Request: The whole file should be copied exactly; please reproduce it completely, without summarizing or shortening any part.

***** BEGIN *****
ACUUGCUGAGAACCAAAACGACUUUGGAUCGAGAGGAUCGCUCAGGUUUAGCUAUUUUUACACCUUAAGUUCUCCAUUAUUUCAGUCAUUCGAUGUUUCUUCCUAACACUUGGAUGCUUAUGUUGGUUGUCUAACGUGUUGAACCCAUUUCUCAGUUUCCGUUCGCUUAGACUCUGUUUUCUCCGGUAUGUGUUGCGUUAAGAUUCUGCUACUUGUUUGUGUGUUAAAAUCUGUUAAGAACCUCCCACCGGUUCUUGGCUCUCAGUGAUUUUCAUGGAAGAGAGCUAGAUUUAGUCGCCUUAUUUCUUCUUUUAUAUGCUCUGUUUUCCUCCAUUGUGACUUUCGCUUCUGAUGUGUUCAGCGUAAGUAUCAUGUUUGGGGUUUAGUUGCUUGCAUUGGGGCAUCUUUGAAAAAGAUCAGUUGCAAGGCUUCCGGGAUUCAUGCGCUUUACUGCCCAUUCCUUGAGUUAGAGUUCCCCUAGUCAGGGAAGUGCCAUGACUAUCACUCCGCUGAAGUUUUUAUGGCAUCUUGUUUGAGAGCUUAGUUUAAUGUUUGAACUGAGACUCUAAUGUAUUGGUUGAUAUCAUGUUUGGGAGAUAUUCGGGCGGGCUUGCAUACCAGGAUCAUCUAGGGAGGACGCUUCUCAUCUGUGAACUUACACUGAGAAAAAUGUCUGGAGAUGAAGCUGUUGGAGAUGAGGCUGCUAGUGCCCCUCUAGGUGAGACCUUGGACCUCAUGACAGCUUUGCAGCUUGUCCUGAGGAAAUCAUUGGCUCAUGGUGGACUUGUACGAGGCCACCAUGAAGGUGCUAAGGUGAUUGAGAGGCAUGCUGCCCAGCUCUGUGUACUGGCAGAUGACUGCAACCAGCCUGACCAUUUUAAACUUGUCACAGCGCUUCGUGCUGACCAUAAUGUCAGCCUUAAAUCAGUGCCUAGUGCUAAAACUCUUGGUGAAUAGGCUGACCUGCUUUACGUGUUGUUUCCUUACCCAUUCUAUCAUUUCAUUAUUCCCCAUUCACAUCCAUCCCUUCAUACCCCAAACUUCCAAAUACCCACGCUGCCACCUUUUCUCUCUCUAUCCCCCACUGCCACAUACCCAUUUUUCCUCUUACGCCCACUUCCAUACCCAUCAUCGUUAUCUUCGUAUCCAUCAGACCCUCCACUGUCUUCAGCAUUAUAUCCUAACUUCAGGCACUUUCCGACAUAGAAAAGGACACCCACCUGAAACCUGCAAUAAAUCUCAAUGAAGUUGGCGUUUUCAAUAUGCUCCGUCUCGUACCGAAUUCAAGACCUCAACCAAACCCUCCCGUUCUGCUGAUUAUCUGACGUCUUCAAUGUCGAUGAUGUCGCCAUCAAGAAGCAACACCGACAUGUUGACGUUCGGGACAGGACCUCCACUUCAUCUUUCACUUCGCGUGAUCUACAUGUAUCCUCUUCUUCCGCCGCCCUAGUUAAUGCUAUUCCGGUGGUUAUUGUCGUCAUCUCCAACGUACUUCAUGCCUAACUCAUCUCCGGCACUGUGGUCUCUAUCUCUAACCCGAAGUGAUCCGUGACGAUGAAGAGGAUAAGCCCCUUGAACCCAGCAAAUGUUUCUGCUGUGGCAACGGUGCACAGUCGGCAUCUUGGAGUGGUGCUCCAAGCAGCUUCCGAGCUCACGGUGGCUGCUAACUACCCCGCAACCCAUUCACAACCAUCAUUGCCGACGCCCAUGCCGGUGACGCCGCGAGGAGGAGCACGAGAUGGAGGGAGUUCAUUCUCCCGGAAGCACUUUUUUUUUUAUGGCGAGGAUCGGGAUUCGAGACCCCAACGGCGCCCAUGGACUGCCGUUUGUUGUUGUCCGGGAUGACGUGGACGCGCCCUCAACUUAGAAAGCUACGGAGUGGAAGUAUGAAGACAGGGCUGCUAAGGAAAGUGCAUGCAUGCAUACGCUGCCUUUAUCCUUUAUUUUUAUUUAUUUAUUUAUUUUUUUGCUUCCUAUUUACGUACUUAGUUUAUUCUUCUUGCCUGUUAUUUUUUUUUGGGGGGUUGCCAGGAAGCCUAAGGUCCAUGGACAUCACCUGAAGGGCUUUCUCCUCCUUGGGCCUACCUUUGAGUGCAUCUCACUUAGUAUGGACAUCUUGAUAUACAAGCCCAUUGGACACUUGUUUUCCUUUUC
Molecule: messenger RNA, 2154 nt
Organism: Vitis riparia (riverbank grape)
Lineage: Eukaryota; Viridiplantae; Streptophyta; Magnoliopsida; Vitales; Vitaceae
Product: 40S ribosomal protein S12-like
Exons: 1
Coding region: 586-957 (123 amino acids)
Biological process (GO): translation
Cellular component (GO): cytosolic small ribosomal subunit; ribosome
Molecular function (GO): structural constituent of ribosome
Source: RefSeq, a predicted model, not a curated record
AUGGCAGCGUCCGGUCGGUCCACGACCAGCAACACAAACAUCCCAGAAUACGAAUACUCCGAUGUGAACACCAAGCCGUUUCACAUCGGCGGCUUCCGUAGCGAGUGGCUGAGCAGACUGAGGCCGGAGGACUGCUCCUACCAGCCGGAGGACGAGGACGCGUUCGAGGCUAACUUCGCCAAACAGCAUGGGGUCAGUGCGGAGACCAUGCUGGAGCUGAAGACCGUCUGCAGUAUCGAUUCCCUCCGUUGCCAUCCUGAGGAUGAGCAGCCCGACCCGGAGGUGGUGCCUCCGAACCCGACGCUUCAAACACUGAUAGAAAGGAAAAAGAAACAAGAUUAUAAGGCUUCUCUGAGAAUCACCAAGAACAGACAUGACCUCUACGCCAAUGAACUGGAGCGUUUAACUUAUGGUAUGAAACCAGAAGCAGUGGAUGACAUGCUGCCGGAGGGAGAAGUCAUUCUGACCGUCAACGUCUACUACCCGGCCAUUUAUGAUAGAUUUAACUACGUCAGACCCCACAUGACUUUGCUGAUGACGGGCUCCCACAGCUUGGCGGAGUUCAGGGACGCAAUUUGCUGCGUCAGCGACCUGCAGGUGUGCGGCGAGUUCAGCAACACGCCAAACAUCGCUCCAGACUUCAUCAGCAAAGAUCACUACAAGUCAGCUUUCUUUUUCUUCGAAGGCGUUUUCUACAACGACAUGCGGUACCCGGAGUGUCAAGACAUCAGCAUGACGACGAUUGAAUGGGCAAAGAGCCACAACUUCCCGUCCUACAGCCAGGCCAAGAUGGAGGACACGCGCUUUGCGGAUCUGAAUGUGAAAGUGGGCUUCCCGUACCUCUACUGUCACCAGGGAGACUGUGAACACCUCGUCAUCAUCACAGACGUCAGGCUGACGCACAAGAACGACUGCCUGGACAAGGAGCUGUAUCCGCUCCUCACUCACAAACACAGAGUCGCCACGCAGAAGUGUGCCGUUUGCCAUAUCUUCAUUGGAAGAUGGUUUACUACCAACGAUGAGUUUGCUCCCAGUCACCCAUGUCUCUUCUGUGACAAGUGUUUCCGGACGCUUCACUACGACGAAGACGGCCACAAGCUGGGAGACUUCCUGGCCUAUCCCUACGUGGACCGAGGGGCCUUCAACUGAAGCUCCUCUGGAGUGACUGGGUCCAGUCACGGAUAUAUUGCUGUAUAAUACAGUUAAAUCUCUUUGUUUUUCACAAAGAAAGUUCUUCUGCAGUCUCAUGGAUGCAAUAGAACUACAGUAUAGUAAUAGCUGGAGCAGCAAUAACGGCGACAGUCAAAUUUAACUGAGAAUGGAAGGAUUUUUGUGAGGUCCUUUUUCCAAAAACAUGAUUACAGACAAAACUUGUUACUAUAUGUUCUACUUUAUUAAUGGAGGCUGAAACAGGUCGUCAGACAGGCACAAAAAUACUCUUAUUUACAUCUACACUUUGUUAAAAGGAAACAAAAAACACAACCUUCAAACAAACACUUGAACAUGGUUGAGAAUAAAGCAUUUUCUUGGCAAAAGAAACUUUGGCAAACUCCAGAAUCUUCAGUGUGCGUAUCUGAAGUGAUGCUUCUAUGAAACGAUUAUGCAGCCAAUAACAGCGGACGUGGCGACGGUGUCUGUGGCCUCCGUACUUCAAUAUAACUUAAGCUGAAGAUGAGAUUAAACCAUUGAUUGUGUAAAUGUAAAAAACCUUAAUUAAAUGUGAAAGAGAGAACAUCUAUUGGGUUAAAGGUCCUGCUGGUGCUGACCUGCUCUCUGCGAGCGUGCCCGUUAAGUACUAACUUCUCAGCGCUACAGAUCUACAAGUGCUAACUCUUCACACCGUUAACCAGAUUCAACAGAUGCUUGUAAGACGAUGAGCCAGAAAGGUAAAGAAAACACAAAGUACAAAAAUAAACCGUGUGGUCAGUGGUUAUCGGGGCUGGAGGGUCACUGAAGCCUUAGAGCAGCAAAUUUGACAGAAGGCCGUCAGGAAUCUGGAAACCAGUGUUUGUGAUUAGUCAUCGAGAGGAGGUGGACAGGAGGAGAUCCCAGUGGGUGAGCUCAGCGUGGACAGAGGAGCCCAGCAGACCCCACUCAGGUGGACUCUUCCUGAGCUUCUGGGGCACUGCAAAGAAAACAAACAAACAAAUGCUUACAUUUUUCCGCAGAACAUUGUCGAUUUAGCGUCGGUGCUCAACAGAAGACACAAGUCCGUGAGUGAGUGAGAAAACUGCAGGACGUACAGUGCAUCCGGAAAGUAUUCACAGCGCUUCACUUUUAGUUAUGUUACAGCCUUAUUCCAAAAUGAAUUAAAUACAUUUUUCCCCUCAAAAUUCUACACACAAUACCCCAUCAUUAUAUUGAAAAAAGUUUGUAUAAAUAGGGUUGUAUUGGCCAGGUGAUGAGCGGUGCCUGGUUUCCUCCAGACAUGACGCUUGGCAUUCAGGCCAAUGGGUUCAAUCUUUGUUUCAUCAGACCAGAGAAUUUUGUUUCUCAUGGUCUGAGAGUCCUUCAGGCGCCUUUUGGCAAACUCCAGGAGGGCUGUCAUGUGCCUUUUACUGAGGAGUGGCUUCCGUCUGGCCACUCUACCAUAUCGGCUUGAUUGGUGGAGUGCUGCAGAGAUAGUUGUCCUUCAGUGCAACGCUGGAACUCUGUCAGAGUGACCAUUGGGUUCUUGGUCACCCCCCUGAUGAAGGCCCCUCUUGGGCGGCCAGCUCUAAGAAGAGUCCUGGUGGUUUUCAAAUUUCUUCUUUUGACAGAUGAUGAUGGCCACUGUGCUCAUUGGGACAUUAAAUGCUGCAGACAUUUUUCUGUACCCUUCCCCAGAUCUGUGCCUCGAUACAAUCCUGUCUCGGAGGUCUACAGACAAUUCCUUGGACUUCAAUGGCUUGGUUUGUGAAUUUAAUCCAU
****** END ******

ACUUGCUGAGAACCAAAACGACUUUGGAUCGAGAGGAUCGCUCAGGUUUAGCUAUUUUUACACCUUAAGUUCUCCAUUAUUUCAGUCAUUCGAUGUUUCUUCCUAACACUUGGAUGCUUAUGUUGGUUGUCUAACGUGUUGAACCCAUUUCUCAGUUUCCGUUCGCUUAGACUCUGUUUUCUCCGGUAUGUGUUGCGUUAAGAUUCUGCUACUUGUUUGUGUGUUAAAAUCUGUUAAGAACCUCCCACCGGUUCUUGGCUCUCAGUGAUUUUCAUGGAAGAGAGCUAGAUUUAGUCGCCUUAUUUCUUCUUUUAUAUGCUCUGUUUUCCUCCAUUGUGACUUUCGCUUCUGAUGUGUUCAGCGUAAGUAUCAUGUUUGGGGUUUAGUUGCUUGCAUUGGGGCAUCUUUGAAAAAGAUCAGUUGCAAGGCUUCCGGGAUUCAUGCGCUUUACUGCCCAUUCCUUGAGUUAGAGUUCCCCUAGUCAGGGAAGUGCCAUGACUAUCACUCCGCUGAAGUUUUUAUGGCAUCUUGUUUGAGAGCUUAGUUUAAUGUUUGAACUGAGACUCUAAUGUAUUGGUUGAUAUCAUGUUUGGGAGAUAUUCGGGCGGGCUUGCAUACCAGGAUCAUCUAGGGAGGACGCUUCUCAUCUGUGAACUUACACUGAGAAAAAUGUCUGGAGAUGAAGCUGUUGGAGAUGAGGCUGCUAGUGCCCCUCUAGGUGAGACCUUGGACCUCAUGACAGCUUUGCAGCUUGUCCUGAGGAAAUCAUUGGCUCAUGGUGGACUUGUACGAGGCCACCAUGAAGGUGCUAAGGUGAUUGAGAGGCAUGCUGCCCAGCUCUGUGUACUGGCAGAUGACUGCAACCAGCCUGACCAUUUUAAACUUGUCACAGCGCUUCGUGCUGACCAUAAUGUCAGCCUUAAAUCAGUGCCUAGUGCUAAAACUCUUGGUGAAUAGGCUGACCUGCUUUACGUGUUGUUUCCUUACCCAUUCUAUCAUUUCAUUAUUCCCCAUUCACAUCCAUCCCUUCAUACCCCAAACUUCCAAAUACCCACGCUGCCACCUUUUCUCUCUCUAUCCCCCACUGCCACAUACCCAUUUUUCCUCUUACGCCCACUUCCAUACCCAUCAUCGUUAUCUUCGUAUCCAUCAGACCCUCCACUGUCUUCAGCAUUAUAUCCUAACUUCAGGCACUUUCCGACAUAGAAAAGGACACCCACCUGAAACCUGCAAUAAAUCUCAAUGAAGUUGGCGUUUUCAAUAUGCUCCGUCUCGUACCGAAUUCAAGACCUCAACCAAACCCUCCCGUUCUGCUGAUUAUCUGACGUCUUCAAUGUCGAUGAUGUCGCCAUCAAGAAGCAACACCGACAUGUUGACGUUCGGGACAGGACCUCCACUUCAUCUUUCACUUCGCGUGAUCUACAUGUAUCCUCUUCUUCCGCCGCCCUAGUUAAUGCUAUUCCGGUGGUUAUUGUCGUCAUCUCCAACGUACUUCAUGCCUAACUCAUCUCCGGCACUGUGGUCUCUAUCUCUAACCCGAAGUGAUCCGUGACGAUGAAGAGGAUAAGCCCCUUGAACCCAGCAAAUGUUUCUGCUGUGGCAACGGUGCACAGUCGGCAUCUUGGAGUGGUGCUCCAAGCAGCUUCCGAGCUCACGGUGGCUGCUAACUACCCCGCAACCCAUUCACAACCAUCAUUGCCGACGCCCAUGCCGGUGACGCCGCGAGGAGGAGCACGAGAUGGAGGGAGUUCAUUCUCCCGGAAGCACUUUUUUUUUUAUGGCGAGGAUCGGGAUUCGAGACCCCAACGGCGCCCAUGGACUGCCGUUUGUUGUUGUCCGGGAUGACGUGGACGCGCCCUCAACUUAGAAAGCUACGGAGUGGAAGUAUGAAGACAGGGCUGCUAAGGAAAGUGCAUGCAUGCAUACGCUGCCUUUAUCCUUUAUUUUUAUUUAUUUAUUUAUUUUUUUGCUUCCUAUUUACGUACUUAGUUUAUUCUUCUUGCCUGUUAUUUUUUUUUGGGGGGUUGCCAGGAAGCCUAAGGUCCAUGGACAUCACCUGAAGGGCUUUCUCCUCCUUGGGCCUACCUUUGAGUGCAUCUCACUUAGUAUGGACAUCUUGAUAUACAAGCCCAUUGGACACUUGUUUUCCUUUUC
Molecule: messenger RNA, 2154 nt
Organism: Vitis riparia (riverbank grape)
Lineage: Eukaryota; Viridiplantae; Streptophyta; Magnoliopsida; Vitales; Vitaceae
Product: 40S ribosomal protein S12-like
Exons: 1
Coding region: 586-957 (123 amino acids)
Biological process (GO): translation
Cellular component (GO): cytosolic small ribosomal subunit; ribosome
Molecular function (GO): structural constituent of ribosome
Source: RefSeq, a predicted model, not a curated record
AUGGCAGCGUCCGGUCGGUCCACGACCAGCAACACAAACAUCCCAGAAUACGAAUACUCCGAUGUGAACACCAAGCCGUUUCACAUCGGCGGCUUCCGUAGCGAGUGGCUGAGCAGACUGAGGCCGGAGGACUGCUCCUACCAGCCGGAGGACGAGGACGCGUUCGAGGCUAACUUCGCCAAACAGCAUGGGGUCAGUGCGGAGACCAUGCUGGAGCUGAAGACCGUCUGCAGUAUCGAUUCCCUCCGUUGCCAUCCUGAGGAUGAGCAGCCCGACCCGGAGGUGGUGCCUCCGAACCCGACGCUUCAAACACUGAUAGAAAGGAAAAAGAAACAAGAUUAUAAGGCUUCUCUGAGAAUCACCAAGAACAGACAUGACCUCUACGCCAAUGAACUGGAGCGUUUAACUUAUGGUAUGAAACCAGAAGCAGUGGAUGACAUGCUGCCGGAGGGAGAAGUCAUUCUGACCGUCAACGUCUACUACCCGGCCAUUUAUGAUAGAUUUAACUACGUCAGACCCCACAUGACUUUGCUGAUGACGGGCUCCCACAGCUUGGCGGAGUUCAGGGACGCAAUUUGCUGCGUCAGCGACCUGCAGGUGUGCGGCGAGUUCAGCAACACGCCAAACAUCGCUCCAGACUUCAUCAGCAAAGAUCACUACAAGUCAGCUUUCUUUUUCUUCGAAGGCGUUUUCUACAACGACAUGCGGUACCCGGAGUGUCAAGACAUCAGCAUGACGACGAUUGAAUGGGCAAAGAGCCACAACUUCCCGUCCUACAGCCAGGCCAAGAUGGAGGACACGCGCUUUGCGGAUCUGAAUGUGAAAGUGGGCUUCCCGUACCUCUACUGUCACCAGGGAGACUGUGAACACCUCGUCAUCAUCACAGACGUCAGGCUGACGCACAAGAACGACUGCCUGGACAAGGAGCUGUAUCCGCUCCUCACUCACAAACACAGAGUCGCCACGCAGAAGUGUGCCGUUUGCCAUAUCUUCAUUGGAAGAUGGUUUACUACCAACGAUGAGUUUGCUCCCAGUCACCCAUGUCUCUUCUGUGACAAGUGUUUCCGGACGCUUCACUACGACGAAGACGGCCACAAGCUGGGAGACUUCCUGGCCUAUCCCUACGUGGACCGAGGGGCCUUCAACUGAAGCUCCUCUGGAGUGACUGGGUCCAGUCACGGAUAUAUUGCUGUAUAAUACAGUUAAAUCUCUUUGUUUUUCACAAAGAAAGUUCUUCUGCAGUCUCAUGGAUGCAAUAGAACUACAGUAUAGUAAUAGCUGGAGCAGCAAUAACGGCGACAGUCAAAUUUAACUGAGAAUGGAAGGAUUUUUGUGAGGUCCUUUUUCCAAAAACAUGAUUACAGACAAAACUUGUUACUAUAUGUUCUACUUUAUUAAUGGAGGCUGAAACAGGUCGUCAGACAGGCACAAAAAUACUCUUAUUUACAUCUACACUUUGUUAAAAGGAAACAAAAAACACAACCUUCAAACAAACACUUGAACAUGGUUGAGAAUAAAGCAUUUUCUUGGCAAAAGAAACUUUGGCAAACUCCAGAAUCUUCAGUGUGCGUAUCUGAAGUGAUGCUUCUAUGAAACGAUUAUGCAGCCAAUAACAGCGGACGUGGCGACGGUGUCUGUGGCCUCCGUACUUCAAUAUAACUUAAGCUGAAGAUGAGAUUAAACCAUUGAUUGUGUAAAUGUAAAAAACCUUAAUUAAAUGUGAAAGAGAGAACAUCUAUUGGGUUAAAGGUCCUGCUGGUGCUGACCUGCUCUCUGCGAGCGUGCCCGUUAAGUACUAACUUCUCAGCGCUACAGAUCUACAAGUGCUAACUCUUCACACCGUUAACCAGAUUCAACAGAUGCUUGUAAGACGAUGAGCCAGAAAGGUAAAGAAAACACAAAGUACAAAAAUAAACCGUGUGGUCAGUGGUUAUCGGGGCUGGAGGGUCACUGAAGCCUUAGAGCAGCAAAUUUGACAGAAGGCCGUCAGGAAUCUGGAAACCAGUGUUUGUGAUUAGUCAUCGAGAGGAGGUGGACAGGAGGAGAUCCCAGUGGGUGAGCUCAGCGUGGACAGAGGAGCCCAGCAGACCCCACUCAGGUGGACUCUUCCUGAGCUUCUGGGGCACUGCAAAGAAAACAAACAAACAAAUGCUUACAUUUUUCCGCAGAACAUUGUCGAUUUAGCGUCGGUGCUCAACAGAAGACACAAGUCCGUGAGUGAGUGAGAAAACUGCAGGACGUACAGUGCAUCCGGAAAGUAUUCACAGCGCUUCACUUUUAGUUAUGUUACAGCCUUAUUCCAAAAUGAAUUAAAUACAUUUUUCCCCUCAAAAUUCUACACACAAUACCCCAUCAUUAUAUUGAAAAAAGUUUGUAUAAAUAGGGUUGUAUUGGCCAGGUGAUGAGCGGUGCCUGGUUUCCUCCAGACAUGACGCUUGGCAUUCAGGCCAAUGGGUUCAAUCUUUGUUUCAUCAGACCAGAGAAUUUUGUUUCUCAUGGUCUGAGAGUCCUUCAGGCGCCUUUUGGCAAACUCCAGGAGGGCUGUCAUGUGCCUUUUACUGAGGAGUGGCUUCCGUCUGGCCACUCUACCAUAUCGGCUUGAUUGGUGGAGUGCUGCAGAGAUAGUUGUCCUUCAGUGCAACGCUGGAACUCUGUCAGAGUGACCAUUGGGUUCUUGGUCACCCCCCUGAUGAAGGCCCCUCUUGGGCGGCCAGCUCUAAGAAGAGUCCUGGUGGUUUUCAAAUUUCUUCUUUUGACAGAUGAUGAUGGCCACUGUGCUCAUUGGGACAUUAAAUGCUGCAGACAUUUUUCUGUACCCUUCCCCAGAUCUGUGCCUCGAUACAAUCCUGUCUCGGAGGUCUACAGACAAUUCCUUGGACUUCAAUGGCUUGGUUUGUGAAUUUAAUCCAU